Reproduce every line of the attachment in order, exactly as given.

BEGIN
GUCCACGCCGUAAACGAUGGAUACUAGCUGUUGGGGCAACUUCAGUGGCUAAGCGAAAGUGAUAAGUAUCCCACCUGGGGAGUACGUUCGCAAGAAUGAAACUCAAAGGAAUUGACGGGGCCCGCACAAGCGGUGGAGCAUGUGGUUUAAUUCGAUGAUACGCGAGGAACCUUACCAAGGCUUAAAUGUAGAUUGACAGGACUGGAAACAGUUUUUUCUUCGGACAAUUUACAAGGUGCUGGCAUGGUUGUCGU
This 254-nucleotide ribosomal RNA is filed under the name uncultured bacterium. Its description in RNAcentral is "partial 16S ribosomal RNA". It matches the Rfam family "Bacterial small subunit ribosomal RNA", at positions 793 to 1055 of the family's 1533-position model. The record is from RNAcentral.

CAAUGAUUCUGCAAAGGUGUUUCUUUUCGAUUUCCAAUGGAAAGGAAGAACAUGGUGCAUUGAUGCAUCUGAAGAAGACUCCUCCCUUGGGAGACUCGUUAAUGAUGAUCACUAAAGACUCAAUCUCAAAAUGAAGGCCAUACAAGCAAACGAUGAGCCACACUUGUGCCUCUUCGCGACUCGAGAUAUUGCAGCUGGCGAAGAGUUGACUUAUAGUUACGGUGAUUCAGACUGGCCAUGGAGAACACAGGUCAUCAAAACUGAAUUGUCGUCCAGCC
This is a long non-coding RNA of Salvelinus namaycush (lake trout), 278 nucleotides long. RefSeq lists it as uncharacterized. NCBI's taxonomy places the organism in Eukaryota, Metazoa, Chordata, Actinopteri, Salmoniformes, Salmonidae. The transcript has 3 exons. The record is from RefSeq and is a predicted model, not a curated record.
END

GUCCACGCCGUAAACGAUGGAUACUAGCUGUUGGGGCAACUUCAGUGGCUAAGCGAAAGUGAUAAGUAUCCCACCUGGGGAGUACGUUCGCAAGAAUGAAACUCAAAGGAAUUGACGGGGCCCGCACAAGCGGUGGAGCAUGUGGUUUAAUUCGAUGAUACGCGAGGAACCUUACCAAGGCUUAAAUGUAGAUUGACAGGACUGGAAACAGUUUUUUCUUCGGACAAUUUACAAGGUGCUGGCAUGGUUGUCGU
This 254-nucleotide ribosomal RNA is filed under the name uncultured bacterium. Its description in RNAcentral is "partial 16S ribosomal RNA". It matches the Rfam family "Bacterial small subunit ribosomal RNA", at positions 793 to 1055 of the family's 1533-position model. The record is from RNAcentral.

CAAUGAUUCUGCAAAGGUGUUUCUUUUCGAUUUCCAAUGGAAAGGAAGAACAUGGUGCAUUGAUGCAUCUGAAGAAGACUCCUCCCUUGGGAGACUCGUUAAUGAUGAUCACUAAAGACUCAAUCUCAAAAUGAAGGCCAUACAAGCAAACGAUGAGCCACACUUGUGCCUCUUCGCGACUCGAGAUAUUGCAGCUGGCGAAGAGUUGACUUAUAGUUACGGUGAUUCAGACUGGCCAUGGAGAACACAGGUCAUCAAAACUGAAUUGUCGUCCAGCC
This is a long non-coding RNA of Salvelinus namaycush (lake trout), 278 nucleotides long. RefSeq lists it as uncharacterized. NCBI's taxonomy places the organism in Eukaryota, Metazoa, Chordata, Actinopteri, Salmoniformes, Salmonidae. The transcript has 3 exons. The record is from RefSeq and is a predicted model, not a curated record.